No. 1 Duke Street is the Richmondiest place you can go for breakfast in the whole of Richmond, because while the food is excellent there’s also a tense, uptight feel to the place that no amount of complimentary cucumber water, wicker chairs and deep, soft sofas can mask. Like Richmond in general, No. 1 Duke Street is a place for people who think they’re pretty cool and liberal and trendy but would lose their shit if the coffee machine at Waitrose was out of order. →
Following Captain America: Civil War and Ant-Man, Doctor Strange is the third Marvel film in a row that’s left me feeling vaguely unsatisfied. Not nearly as weird as publicity would have us believe, the film papers over a well-worn story template and bland characters with some kaleidoscope effects and not a lot else. →
Ostensibly a police procedural set in Gotham City before the appearance of Batman, Gotham is a frustratingly difficult series to enjoy or recommend, with a scattershot approach to storytelling that makes trying to keep on top of things pointless, and drifting so far from the source it’s a wonder the showrunners didn’t just make the fully-fledged Batman series they so obviously wanted to. But, credit where credit’s due; there’s a lot here to like despite the flaws. →
I was always going to appreciate No Man’s Sky. The look of the game is pure ‘70s sci-fi trash, all orange clouds and acid rain, the hardware chunky and brightly coloured with just a bit of smudge around the edges. The soundtrack as well matches perfectly, all pop and synth and twang. That’s just the surface, though: to fully appreciate the game, I first had to understand what sort of game it is. →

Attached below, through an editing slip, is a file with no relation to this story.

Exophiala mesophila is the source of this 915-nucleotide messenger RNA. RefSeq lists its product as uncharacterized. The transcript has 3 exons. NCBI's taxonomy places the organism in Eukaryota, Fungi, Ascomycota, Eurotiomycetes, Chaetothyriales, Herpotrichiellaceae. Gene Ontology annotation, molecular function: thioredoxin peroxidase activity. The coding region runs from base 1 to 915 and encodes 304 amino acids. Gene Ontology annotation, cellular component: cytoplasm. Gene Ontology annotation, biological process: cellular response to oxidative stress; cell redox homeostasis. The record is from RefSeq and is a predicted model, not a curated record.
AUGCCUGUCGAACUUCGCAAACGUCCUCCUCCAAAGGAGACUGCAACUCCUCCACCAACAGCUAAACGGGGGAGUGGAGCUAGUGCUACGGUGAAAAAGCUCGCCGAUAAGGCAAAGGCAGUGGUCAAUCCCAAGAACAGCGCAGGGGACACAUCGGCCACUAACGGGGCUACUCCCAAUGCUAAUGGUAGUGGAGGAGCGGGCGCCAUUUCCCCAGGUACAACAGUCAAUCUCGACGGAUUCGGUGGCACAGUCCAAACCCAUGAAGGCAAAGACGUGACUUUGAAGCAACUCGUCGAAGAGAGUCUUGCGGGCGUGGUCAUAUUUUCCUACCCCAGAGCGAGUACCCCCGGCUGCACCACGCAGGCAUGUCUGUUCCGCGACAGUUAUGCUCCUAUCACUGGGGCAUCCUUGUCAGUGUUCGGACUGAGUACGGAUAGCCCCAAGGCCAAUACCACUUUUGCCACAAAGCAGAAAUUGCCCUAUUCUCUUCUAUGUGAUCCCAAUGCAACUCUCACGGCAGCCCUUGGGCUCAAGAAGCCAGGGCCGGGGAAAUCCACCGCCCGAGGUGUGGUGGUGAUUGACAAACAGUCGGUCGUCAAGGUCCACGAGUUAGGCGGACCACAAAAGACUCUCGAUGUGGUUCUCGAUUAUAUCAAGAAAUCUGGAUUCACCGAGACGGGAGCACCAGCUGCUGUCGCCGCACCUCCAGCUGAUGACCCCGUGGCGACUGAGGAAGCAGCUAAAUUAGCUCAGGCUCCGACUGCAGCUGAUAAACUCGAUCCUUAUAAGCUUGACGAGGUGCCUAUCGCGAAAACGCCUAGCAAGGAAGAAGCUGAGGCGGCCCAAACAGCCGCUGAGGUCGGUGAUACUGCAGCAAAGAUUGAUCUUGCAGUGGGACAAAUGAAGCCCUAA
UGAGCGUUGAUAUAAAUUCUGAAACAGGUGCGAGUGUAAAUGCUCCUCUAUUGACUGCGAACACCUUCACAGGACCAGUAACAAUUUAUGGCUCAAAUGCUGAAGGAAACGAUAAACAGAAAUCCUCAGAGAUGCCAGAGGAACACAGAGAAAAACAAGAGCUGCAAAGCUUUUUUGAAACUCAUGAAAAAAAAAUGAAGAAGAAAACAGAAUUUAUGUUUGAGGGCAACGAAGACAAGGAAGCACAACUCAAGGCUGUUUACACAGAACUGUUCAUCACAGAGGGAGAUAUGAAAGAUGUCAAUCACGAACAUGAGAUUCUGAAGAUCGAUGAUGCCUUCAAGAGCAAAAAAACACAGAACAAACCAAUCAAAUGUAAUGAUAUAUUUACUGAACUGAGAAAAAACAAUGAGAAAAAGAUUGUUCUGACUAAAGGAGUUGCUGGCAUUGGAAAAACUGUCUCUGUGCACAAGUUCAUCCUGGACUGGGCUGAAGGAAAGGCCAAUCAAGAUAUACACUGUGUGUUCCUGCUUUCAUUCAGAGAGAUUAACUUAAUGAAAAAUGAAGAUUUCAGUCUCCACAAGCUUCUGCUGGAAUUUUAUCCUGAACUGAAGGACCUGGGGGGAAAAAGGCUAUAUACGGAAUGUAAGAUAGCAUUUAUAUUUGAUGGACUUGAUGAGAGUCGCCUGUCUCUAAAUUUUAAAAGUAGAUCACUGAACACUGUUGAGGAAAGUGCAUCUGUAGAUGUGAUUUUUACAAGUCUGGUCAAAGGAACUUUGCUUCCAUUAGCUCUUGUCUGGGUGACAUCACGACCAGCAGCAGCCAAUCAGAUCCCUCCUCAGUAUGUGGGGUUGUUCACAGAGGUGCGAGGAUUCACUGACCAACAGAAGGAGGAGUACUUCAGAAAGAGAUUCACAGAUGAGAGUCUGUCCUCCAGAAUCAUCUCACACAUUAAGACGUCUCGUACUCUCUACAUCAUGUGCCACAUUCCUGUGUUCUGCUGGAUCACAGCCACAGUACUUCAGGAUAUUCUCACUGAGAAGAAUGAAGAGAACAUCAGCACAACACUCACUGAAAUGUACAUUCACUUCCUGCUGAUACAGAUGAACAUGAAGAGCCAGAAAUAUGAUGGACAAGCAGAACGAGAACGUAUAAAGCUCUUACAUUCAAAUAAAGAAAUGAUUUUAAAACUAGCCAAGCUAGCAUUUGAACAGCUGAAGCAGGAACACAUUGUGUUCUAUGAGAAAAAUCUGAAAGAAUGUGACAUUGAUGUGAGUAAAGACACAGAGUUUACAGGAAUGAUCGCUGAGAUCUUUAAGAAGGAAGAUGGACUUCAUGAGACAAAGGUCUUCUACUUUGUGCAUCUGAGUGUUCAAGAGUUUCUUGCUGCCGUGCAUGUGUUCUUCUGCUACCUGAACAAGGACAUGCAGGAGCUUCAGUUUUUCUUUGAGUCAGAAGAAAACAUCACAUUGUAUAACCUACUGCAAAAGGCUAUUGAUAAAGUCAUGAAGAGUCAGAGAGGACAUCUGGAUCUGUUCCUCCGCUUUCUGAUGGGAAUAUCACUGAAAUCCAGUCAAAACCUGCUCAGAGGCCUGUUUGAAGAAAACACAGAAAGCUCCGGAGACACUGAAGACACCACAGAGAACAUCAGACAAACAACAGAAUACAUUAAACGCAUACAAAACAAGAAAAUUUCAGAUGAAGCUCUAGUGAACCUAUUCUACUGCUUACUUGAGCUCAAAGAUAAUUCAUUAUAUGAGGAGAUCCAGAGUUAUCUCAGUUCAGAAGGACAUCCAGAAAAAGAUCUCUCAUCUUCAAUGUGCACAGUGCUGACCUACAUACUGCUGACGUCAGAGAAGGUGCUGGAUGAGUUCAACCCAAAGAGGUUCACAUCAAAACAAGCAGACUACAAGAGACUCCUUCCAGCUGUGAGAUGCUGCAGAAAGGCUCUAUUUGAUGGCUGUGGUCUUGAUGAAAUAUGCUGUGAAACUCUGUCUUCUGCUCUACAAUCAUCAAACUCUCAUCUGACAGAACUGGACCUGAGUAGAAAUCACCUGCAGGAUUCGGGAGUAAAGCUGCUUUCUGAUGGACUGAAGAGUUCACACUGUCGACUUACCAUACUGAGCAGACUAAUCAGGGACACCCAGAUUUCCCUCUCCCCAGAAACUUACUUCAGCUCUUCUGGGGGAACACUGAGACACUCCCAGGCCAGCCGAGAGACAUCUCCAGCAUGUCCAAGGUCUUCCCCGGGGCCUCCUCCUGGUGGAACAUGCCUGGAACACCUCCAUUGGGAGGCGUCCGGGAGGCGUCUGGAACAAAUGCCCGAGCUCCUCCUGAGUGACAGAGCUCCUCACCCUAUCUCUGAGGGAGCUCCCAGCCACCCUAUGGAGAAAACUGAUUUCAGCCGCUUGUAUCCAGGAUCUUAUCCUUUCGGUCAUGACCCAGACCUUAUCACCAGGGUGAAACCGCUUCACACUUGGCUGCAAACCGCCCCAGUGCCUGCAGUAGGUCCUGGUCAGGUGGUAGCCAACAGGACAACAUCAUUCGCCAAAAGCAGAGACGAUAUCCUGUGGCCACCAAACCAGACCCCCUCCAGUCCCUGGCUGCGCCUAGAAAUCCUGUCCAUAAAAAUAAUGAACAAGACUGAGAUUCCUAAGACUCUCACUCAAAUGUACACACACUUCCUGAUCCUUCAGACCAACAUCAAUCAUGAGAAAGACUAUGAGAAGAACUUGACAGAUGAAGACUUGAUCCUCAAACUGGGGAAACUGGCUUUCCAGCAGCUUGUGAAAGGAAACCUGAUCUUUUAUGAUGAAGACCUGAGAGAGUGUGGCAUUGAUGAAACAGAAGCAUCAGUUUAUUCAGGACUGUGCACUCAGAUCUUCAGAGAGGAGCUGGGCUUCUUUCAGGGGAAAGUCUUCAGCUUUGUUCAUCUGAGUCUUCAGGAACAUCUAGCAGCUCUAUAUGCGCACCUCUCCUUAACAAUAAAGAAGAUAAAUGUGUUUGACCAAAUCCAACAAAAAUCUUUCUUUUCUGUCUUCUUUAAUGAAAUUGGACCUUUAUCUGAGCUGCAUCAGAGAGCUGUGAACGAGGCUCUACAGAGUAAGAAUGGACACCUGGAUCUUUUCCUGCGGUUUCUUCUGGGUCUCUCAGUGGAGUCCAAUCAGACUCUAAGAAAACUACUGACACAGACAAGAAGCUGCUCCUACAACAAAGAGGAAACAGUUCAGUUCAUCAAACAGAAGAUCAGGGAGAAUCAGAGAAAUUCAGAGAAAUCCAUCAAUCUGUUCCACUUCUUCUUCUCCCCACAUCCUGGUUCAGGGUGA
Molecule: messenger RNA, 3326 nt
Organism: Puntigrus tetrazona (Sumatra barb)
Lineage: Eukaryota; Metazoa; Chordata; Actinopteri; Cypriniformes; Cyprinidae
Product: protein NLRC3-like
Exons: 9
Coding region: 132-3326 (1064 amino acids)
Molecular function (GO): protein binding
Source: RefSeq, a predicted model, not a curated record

My appreciation of the 2005 and 2007 Fantastic Four films comes from a single scene in Silver Surfer, where Mr. Fantastic has begrudgingly gone to his own bachelor party, and we cut to him being a big nerd, surrounded by attractive twentysomething women and talking about something scientific. “…it expanded exponentially into what became the universe we know,” he explains. “Wow, you're really smart!” replies one of the women. “Thanks, Candy. That means a lot to me.” →
In a year of summer films that have struggled to elicit much more of a reaction than “ok, and?” from me — the deeply-flawed Warcraft has so far been my pick of the blockbusters — Ghostbusters at least feels like it was made by people who cared about it. The end result can be a little uneven, but it gets by with fun characters, a great script, and a liberal application of the 1984 soundtrack to kick my withered nostalgia gland happily into life. →
How much you'll get out of Warcraft: The Beginning may depend on how much you're willing to engage with the fantasy genre itself; the film is serious-faced high-fantasy and isn't ashamed of it. This is fine. Where the film wobbles is in being a prequel rather than simply the first in a series, a film that explains how the war between humans and orcs came about without that war ever having presented on film. Unashamedly presenting fantasy film tropes is one thing; assuming an existing audience investment in videogame source material is another. →